Canberra in the early fifties, when I and my three siblings were born, was a small country town. My parents met here after the war, my father a public servant and my mother the first dressmaking teacher at the Canberra Technical College. Schooled at Forrest Primary and Telopea Park High School, I was especially interested in French and Art.
At the ANU I majored in Linguistics and French which led to a BA. I took some time off half way through my degree to backpack around Europe with my sister. We found our way to Perugia and enrolled in a short Italian course. My love of the Italian language was born. When I returned to the ANU, Italian had just been introduced and so I was able to study a unit as part of my degree with David Woolf and Anna Ravano. I was lucky enough to win a scholarship to Italy for a year which I took up after completing a diploma of Education.
Italy in 1976-77 was an interesting place in the so-called “anni di piombo” [‘years of lead’ – a period of social and political turmoil]. I chose to study art history at Florence University. I concentrated on learning to speak Italian with the students I met. Accommodation was expensive and so I shared with two other students: one from Catanzaro and the other from Bari. We were always broke and cold but I learned that a plate of ceci (chick peas) and a glass of wine was the cheapest lunch around and that pasta, bread and tinned tomatoes were the cheapest option for home cooking because the price on them was controlled. Foreshadowing the DMV choir I learnt to sing Bella Ciao, Bandiera Rossa and Sebben’ che siamo donne from my fellow students who loved to sing along to the guitar in the evenings. In the summer I worked as a ragazza alla pari (au pair girl) looking after two children.
Back in Australia I started my teaching career at Drummoyne Boys’ High in Sydney which had many children of Italian parents. In 1979 I was contacted by my ANU Italian acquaintances who asked me to write an Italian course for the ACT Senior Secondary Colleges because Dickson College wanted to introduce Italian as a subject and the previous attempt to get a course approved had failed. My course proposal was successful, with secretarial help from Myriam Bonazzi, so I found myself back in Canberra teaching Italian and French. French teaching led me to a year in Montpellier as an assistante and also to meeting my future spouse on a trip to Florence to visit a friend. We were married a few years later in the Palazzo Vecchio. Our son is a dual citizen who feels equally at home in Italy and Australia.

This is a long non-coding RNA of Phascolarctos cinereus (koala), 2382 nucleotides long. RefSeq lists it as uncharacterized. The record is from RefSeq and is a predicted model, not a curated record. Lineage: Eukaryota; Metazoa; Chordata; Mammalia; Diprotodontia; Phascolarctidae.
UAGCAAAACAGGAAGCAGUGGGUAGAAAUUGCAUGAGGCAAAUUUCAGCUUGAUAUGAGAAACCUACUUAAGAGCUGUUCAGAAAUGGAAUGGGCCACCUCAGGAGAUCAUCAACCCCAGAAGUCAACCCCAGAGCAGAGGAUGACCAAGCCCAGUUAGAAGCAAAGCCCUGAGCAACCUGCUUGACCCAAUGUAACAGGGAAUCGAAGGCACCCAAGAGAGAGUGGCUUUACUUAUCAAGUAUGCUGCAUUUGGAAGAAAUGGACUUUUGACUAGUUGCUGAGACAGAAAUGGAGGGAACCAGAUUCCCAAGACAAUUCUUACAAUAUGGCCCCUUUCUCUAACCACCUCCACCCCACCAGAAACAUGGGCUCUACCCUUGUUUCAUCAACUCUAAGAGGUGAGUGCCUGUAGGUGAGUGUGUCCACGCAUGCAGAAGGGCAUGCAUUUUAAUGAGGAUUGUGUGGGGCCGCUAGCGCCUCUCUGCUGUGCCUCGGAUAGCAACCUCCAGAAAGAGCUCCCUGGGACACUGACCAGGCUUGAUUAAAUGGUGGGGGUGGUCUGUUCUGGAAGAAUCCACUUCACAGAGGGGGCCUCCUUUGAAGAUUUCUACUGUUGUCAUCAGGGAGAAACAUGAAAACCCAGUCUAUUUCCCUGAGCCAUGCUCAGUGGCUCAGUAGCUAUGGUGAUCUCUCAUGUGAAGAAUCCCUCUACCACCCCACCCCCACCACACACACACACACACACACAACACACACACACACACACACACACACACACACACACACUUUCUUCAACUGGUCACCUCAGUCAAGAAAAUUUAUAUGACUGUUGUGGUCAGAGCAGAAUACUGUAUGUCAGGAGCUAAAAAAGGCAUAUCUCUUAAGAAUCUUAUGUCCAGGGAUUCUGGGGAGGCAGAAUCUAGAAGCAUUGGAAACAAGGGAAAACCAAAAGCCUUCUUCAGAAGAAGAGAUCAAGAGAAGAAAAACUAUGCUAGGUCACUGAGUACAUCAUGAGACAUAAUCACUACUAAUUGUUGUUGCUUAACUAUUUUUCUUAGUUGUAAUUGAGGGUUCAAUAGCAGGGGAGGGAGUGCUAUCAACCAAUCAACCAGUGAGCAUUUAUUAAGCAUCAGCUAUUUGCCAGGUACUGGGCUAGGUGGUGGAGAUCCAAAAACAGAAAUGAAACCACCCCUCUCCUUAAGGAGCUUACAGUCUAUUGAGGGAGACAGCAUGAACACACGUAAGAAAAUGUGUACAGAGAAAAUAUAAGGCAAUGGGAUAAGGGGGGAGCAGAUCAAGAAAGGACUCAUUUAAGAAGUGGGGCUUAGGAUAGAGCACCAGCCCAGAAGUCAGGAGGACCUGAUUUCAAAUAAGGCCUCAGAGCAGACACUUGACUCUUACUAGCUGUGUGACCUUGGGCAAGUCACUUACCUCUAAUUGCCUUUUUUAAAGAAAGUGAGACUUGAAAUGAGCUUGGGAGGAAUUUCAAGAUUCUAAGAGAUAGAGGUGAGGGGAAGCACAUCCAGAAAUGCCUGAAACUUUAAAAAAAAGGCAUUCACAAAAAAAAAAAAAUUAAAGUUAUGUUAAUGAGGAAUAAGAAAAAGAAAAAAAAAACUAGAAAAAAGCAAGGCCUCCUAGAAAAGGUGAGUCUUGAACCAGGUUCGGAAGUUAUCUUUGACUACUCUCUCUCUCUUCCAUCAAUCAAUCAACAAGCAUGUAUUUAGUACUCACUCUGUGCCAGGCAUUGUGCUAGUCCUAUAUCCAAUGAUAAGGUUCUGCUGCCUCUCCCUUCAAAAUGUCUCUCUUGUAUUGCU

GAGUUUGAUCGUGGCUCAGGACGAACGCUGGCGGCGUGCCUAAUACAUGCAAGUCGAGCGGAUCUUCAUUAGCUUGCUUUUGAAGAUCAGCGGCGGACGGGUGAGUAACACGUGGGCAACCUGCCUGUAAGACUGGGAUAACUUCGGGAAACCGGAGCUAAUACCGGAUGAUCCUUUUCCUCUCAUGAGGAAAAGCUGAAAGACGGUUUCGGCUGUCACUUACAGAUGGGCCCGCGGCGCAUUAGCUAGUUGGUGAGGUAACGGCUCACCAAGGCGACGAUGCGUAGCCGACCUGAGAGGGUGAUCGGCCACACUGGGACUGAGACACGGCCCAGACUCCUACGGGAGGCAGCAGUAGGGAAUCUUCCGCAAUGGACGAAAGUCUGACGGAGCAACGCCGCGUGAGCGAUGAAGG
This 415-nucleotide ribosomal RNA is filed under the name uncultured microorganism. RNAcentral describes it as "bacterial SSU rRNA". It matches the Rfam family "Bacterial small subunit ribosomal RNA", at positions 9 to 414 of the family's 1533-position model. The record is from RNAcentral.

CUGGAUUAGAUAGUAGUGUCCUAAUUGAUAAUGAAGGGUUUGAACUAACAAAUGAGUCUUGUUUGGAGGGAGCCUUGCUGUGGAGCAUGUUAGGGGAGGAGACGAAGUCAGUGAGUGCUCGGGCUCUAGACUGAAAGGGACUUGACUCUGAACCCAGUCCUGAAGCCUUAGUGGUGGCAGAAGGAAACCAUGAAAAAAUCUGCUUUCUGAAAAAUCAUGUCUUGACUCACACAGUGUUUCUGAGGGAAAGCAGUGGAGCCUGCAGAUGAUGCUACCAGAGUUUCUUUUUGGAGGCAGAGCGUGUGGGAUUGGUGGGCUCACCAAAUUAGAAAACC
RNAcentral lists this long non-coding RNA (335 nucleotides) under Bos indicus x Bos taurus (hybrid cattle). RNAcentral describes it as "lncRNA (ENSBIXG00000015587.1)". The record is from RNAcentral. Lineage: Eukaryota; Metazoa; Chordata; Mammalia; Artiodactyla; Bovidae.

A long teaching career, principally at Dickson, Hawker and Lake Ginninderra Colleges came to an end a few years ago. I now spend my retirement singing in two choirs, volunteering as a guide at the National Gallery of Australia and as a reader at 1RPH, radio for the print handicapped. Languages and art have sustained and delighted me all my life. I joined the DMV choir two years ago having been invited to do so by Marie who sat in the row behind me at the CSO concerts. I love to keep a connection with the Italian language and have thoroughly enjoyed the music and good fellowship I have found there.
DANTE MUSICA VIVA
The choir of the Dante Alighieri Society of Canberra
Rehearsals will re-start
on Thursday 7 February 2019 at 5 pm
Function Room of the Notaras Multicultural Centre
NEW CHOIR MEMBERS MOST WELCOME